Avatar universal

Anyone help with HIV testing anxiety/phobia?

Hi Everyone,

I am struggling with HIV/STD testing anxiety and phobia. I’ve had numerous tests come back negative (8 to date, and most recent one being 15 weeks after the incident), which I am so grateful that they have been negative.

I am however still feeling so much guilt, fear, and anxiety from all this.. I find that I constantly Google information about HIV, testing, symptoms, etc. I literally am having a hard time functioning and wanted to reach out to this forum to see if anyone has a similar story or if you could provide any info or insights on how to deal with this.

I’ve never been diagnosed with anxiety before, so this is all really frightening that I’m having a hard time coping and moving on. I find myself trying to ask various online resources for confirmation that I am ok.

If anyone has any advice, I’d truly appreciate it. Thanks.

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Avatar universal
If you look at the archives on this forum and the HIV forum you will see a ton of people just like you who have developed an obsession about getting stds. Obviously, HIV isn't your problem, so you should change your focus to your phobia about getting it.  A psychologist who specializes in anxiety treatment would be your best bet.  As you already said, a lot of people feel a lot of guilt about sex and how they go about getting it and focus on HIV instead of working on why sex is a problem for them and why they engage in behavior that increases the chances of getting it, if that's the case.  This is something you can probably work out by talking it out with a professional and then moving on.  Peace.
Helpful - 0
973741 tn?1342342773
So, the problem is that if anxiety is pushing you to test, continue to research and question and ask others for input . . . you will NEVER get enough answers to satisfy anxiety.  So, you have to go ahead and work on anxiety to have a change in your behavior.  Does the anxiety focus strictly on hiv/std testing?  Or has it seeped into other areas of your life.  Are you continuing to engage in behavior that makes you feel guilty and worried or is the activity now over?  But agree that overall, your best bet and way to move past this is to see a psychiatrist and psychologist and begin treatment to overcome this.  Let us know how you are doing and what you think.
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Avatar universal
I'm in the same situation, that's why I decided to reply here.
I'm gonna send you an PM so, fi you want, we can talk about it.
I know how hard it is, since, as I said before, I'm dealng wth the same problem. And it's killing me. The problem is, my anxiety can't stop telling me that I'm infected. Everybody else here told me to calm down, but I'm still worried and decided to go and get tested. As the time goes by, I'm scared as...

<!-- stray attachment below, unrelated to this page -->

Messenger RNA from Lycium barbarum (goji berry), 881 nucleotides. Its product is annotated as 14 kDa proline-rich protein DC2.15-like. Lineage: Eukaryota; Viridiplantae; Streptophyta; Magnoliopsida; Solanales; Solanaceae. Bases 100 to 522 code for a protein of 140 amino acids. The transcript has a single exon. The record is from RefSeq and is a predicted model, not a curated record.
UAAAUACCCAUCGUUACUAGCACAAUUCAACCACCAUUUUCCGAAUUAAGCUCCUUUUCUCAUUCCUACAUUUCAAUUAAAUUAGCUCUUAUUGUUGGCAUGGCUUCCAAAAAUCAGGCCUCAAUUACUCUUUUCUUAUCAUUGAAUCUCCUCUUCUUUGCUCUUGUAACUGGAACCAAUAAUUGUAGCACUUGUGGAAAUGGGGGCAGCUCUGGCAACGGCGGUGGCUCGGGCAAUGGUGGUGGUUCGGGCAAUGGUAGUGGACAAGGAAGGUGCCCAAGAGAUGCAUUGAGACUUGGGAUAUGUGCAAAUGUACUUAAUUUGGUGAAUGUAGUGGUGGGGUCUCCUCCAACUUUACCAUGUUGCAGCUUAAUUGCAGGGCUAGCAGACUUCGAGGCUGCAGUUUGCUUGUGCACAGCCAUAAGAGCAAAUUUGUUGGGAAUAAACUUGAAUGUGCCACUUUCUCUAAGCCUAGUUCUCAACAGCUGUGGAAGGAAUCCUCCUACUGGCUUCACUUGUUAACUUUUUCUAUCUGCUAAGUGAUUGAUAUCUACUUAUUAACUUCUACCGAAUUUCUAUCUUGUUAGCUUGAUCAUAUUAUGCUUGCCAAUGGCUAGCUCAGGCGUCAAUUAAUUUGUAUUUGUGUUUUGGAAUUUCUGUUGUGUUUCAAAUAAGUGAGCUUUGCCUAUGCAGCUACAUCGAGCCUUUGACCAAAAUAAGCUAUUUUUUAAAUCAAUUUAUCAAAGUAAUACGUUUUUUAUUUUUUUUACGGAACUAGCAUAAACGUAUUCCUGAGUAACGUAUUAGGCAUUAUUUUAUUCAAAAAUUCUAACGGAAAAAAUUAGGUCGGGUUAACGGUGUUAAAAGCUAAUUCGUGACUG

So, yeah... If you want to share your thoughts, feel free to message me back.

Helpful - 0
It is pretty hard to cure someone of hypochondria when they are experiencing it themselves. A professional therapist one on one discussion is the quickest way to get results to reduce the misery of an obsession about a disease you can't have.
Maybe, but support can be helpful.  Group therapy is a thing as well, you know, though I personally think it's probably useless for anxiety cure it can help to share what's working.  One on one therapy will take a long time to work, though I agree it's the best approach, and in the meantime it doesn't hurt to share.  As to the poster, it's not your anxiety that's telling you you're infected, it's you telling you you're anxious.  Anxiety is a bear to cure, but in order to do it you have to at some point learn it's coming from the way you think.  That doesn't mean it's easy to do this or that you ever will do this, severity differs, but it will help if you don't look at anxiety as a foreign being controlling you.  It's still you that's doing this kind of thinking and that's what therapy will hopefully help you stop doing.    
When both people have taken multiple purposeless tests, weren't even close to a risk and they both prefer their own made up science because they don't accept the basic HIV science, it is questionable what there is " to share what's working."
Anxious, I'm talking about treating the anxiety.  Anxious people tend to isolate themselves.  It can be helpful for them to share.  It won't help to share the HIV stuff, that's true, but the problem here seems to be anxiety, not HIV, and is all I'm talking about.  I do agree with you, though, sharing won't cure the anxiety, it just might make it easier to cure it with the therapist by making the groundwork better.  It also might not, though.
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